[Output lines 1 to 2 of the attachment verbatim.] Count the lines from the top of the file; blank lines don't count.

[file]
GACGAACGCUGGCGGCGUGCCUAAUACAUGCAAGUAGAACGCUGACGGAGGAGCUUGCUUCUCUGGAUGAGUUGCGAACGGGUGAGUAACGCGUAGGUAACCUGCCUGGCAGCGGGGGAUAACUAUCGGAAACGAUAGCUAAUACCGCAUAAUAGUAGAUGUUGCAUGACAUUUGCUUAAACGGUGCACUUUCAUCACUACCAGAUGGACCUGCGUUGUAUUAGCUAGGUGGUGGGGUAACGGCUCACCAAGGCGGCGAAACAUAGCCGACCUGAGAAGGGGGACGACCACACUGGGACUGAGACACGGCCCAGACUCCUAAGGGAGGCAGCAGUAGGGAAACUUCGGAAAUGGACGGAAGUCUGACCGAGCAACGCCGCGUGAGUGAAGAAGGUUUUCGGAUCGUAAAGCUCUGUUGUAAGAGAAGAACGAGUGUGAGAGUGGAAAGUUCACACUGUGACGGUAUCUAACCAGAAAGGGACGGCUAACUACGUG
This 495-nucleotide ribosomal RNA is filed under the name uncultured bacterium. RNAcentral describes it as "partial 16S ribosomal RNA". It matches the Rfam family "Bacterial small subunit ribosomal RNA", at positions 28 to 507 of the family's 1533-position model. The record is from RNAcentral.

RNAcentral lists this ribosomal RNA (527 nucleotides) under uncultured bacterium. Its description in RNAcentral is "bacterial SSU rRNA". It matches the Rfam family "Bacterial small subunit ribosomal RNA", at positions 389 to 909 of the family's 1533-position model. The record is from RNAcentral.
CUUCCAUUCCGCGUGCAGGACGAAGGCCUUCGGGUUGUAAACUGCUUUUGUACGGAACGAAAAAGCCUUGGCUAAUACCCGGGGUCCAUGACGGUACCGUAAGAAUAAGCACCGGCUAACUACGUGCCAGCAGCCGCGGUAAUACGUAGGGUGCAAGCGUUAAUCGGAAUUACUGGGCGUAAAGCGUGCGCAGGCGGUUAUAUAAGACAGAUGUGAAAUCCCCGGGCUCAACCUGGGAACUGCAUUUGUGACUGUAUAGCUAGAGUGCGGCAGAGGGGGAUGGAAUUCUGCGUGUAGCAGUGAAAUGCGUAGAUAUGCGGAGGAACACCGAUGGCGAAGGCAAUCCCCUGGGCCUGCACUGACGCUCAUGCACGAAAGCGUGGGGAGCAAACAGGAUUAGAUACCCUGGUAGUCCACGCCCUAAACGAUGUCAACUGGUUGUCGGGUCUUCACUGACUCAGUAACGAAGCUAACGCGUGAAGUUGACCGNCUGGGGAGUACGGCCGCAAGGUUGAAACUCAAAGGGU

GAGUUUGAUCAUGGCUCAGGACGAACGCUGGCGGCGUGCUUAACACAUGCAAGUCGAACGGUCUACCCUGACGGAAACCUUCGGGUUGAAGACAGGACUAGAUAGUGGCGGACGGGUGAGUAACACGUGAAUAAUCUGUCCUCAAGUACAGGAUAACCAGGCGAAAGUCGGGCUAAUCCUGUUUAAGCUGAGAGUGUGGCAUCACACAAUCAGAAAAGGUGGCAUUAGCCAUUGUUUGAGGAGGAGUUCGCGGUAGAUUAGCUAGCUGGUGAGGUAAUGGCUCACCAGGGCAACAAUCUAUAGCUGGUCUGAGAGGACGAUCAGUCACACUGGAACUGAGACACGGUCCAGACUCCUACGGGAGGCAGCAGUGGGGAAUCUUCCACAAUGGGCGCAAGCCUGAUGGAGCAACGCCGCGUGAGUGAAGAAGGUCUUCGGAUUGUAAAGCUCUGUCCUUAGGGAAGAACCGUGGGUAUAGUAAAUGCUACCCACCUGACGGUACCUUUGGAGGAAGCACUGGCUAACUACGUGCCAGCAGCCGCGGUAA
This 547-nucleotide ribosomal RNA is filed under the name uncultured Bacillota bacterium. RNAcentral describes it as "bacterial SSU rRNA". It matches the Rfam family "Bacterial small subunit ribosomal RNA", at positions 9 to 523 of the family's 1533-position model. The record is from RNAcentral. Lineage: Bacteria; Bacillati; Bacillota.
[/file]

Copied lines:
GACGAACGCUGGCGGCGUGCCUAAUACAUGCAAGUAGAACGCUGACGGAGGAGCUUGCUUCUCUGGAUGAGUUGCGAACGGGUGAGUAACGCGUAGGUAACCUGCCUGGCAGCGGGGGAUAACUAUCGGAAACGAUAGCUAAUACCGCAUAAUAGUAGAUGUUGCAUGACAUUUGCUUAAACGGUGCACUUUCAUCACUACCAGAUGGACCUGCGUUGUAUUAGCUAGGUGGUGGGGUAACGGCUCACCAAGGCGGCGAAACAUAGCCGACCUGAGAAGGGGGACGACCACACUGGGACUGAGACACGGCCCAGACUCCUAAGGGAGGCAGCAGUAGGGAAACUUCGGAAAUGGACGGAAGUCUGACCGAGCAACGCCGCGUGAGUGAAGAAGGUUUUCGGAUCGUAAAGCUCUGUUGUAAGAGAAGAACGAGUGUGAGAGUGGAAAGUUCACACUGUGACGGUAUCUAACCAGAAAGGGACGGCUAACUACGUG
This 495-nucleotide ribosomal RNA is filed under the name uncultured bacterium. RNAcentral describes it as "partial 16S ribosomal RNA". It matches the Rfam family "Bacterial small subunit ribosomal RNA", at positions 28 to 507 of the family's 1533-position model. The record is from RNAcentral.